A confidential legal review has just decided that the President should have broad power to issue preemptive cyber attacks, says the NYT.
This review comes at a time when the pace of attacks on sensitive computer systems has picked up. The Energy Department, two American power stations, the NYT, the WSJ, and Washington Post have all been recent victims of recent assaults, at least three of which allegedly came from China. These attacks have the potential to cripple an entire nation’s infrastructure, from a distance, and without the use of explosives.
But some fear the Obama Administration is going too far—especially in arguing that presidents should have preemptive strike power in conflicts where preemptive action isn’t clearly necessary:
Pre-emption always has been a disputed legal concept. Most recently Mr. Bush made it a central justification for the invasion of Iraq in 2003, based on faulty intelligence about that country’s weapons of mass destruction. Pre-emption in the context of cyberwar raises a potentially bigger quandary, because a country hit by a pre-emptive cyberstrike could easily claim that it was innocent, undermining the justification for the attack. “It would be very hard to provide evidence to the world that you hit some deadly dangerous computer code,” one senior official said.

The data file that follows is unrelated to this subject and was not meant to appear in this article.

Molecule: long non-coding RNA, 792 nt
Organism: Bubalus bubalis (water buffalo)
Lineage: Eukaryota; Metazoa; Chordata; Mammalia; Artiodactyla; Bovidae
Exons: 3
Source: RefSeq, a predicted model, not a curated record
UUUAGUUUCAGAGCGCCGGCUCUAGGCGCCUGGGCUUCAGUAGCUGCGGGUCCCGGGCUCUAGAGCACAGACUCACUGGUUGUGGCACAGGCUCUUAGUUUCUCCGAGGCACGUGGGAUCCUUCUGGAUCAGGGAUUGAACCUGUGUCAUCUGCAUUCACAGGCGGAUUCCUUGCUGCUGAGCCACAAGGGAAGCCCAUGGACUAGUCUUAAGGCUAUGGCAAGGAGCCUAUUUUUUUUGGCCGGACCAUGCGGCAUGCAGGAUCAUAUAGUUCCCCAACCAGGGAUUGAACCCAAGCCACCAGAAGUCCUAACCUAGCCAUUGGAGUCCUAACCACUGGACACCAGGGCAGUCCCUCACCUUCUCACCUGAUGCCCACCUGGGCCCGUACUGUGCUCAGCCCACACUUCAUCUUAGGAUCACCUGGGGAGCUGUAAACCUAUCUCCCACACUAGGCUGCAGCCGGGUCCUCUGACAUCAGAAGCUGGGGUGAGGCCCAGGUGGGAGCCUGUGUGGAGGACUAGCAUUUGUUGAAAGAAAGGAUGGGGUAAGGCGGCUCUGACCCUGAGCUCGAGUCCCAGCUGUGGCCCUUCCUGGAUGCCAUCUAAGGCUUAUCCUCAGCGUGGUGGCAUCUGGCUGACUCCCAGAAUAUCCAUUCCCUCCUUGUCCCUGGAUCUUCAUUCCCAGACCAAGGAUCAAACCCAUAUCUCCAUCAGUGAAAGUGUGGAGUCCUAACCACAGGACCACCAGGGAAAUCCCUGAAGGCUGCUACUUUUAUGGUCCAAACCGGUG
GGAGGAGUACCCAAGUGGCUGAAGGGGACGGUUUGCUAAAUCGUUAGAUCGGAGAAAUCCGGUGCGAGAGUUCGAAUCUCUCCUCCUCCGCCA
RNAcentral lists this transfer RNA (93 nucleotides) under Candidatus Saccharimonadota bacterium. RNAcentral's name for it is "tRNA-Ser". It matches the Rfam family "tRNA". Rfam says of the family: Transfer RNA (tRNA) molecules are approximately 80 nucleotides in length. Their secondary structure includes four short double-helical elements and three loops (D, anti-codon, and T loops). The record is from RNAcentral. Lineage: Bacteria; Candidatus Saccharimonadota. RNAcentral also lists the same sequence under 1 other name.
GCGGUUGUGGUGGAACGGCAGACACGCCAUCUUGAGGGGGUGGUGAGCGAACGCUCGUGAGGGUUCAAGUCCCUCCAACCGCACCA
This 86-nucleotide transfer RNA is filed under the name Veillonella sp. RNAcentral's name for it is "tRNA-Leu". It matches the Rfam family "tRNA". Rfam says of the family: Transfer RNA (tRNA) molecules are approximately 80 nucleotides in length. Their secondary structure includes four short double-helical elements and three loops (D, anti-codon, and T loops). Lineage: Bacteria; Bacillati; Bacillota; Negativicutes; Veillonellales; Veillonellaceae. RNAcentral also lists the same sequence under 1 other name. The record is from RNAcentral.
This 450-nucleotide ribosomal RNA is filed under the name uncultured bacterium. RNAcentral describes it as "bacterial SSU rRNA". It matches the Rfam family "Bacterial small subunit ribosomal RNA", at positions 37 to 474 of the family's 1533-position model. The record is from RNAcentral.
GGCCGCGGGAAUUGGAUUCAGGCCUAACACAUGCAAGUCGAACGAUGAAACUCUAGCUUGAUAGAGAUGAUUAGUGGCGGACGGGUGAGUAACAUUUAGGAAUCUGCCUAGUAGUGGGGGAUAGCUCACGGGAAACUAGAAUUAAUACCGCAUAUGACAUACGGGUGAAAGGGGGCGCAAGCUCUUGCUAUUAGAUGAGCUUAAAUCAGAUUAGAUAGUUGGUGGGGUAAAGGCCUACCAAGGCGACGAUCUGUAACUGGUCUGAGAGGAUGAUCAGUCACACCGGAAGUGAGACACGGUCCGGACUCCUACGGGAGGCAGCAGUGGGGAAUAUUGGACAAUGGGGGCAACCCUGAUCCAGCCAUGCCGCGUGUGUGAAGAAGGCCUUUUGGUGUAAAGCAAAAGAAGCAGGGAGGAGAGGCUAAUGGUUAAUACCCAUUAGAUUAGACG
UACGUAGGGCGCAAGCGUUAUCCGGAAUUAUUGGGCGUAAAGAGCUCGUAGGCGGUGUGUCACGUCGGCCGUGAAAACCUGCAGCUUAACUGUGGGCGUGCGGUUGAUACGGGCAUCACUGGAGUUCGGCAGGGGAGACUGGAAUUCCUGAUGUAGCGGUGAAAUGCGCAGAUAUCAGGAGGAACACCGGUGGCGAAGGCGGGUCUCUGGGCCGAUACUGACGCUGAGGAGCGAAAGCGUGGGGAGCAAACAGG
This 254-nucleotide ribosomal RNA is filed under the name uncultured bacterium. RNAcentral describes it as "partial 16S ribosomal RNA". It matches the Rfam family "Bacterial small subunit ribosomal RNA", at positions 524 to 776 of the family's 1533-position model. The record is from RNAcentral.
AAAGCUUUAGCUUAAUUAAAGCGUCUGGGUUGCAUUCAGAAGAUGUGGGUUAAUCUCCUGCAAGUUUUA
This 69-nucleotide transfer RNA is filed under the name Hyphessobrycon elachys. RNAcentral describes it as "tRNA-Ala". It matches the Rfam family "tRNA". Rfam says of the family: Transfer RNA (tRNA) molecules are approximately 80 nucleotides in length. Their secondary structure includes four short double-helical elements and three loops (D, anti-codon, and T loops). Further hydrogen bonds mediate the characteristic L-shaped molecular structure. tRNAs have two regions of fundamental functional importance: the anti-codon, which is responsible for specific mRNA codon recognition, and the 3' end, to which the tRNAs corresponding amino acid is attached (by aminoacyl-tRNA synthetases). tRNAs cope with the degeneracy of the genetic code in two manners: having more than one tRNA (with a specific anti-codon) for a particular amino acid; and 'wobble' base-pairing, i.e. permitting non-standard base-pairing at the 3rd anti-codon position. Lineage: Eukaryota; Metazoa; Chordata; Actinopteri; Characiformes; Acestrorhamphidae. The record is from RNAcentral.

New technology is stretching our traditional understanding of war, and we hope to see many more debates about the proper limits of presidential power in these conflicts, akin to the furious debate over drone technology we have seen in recent months.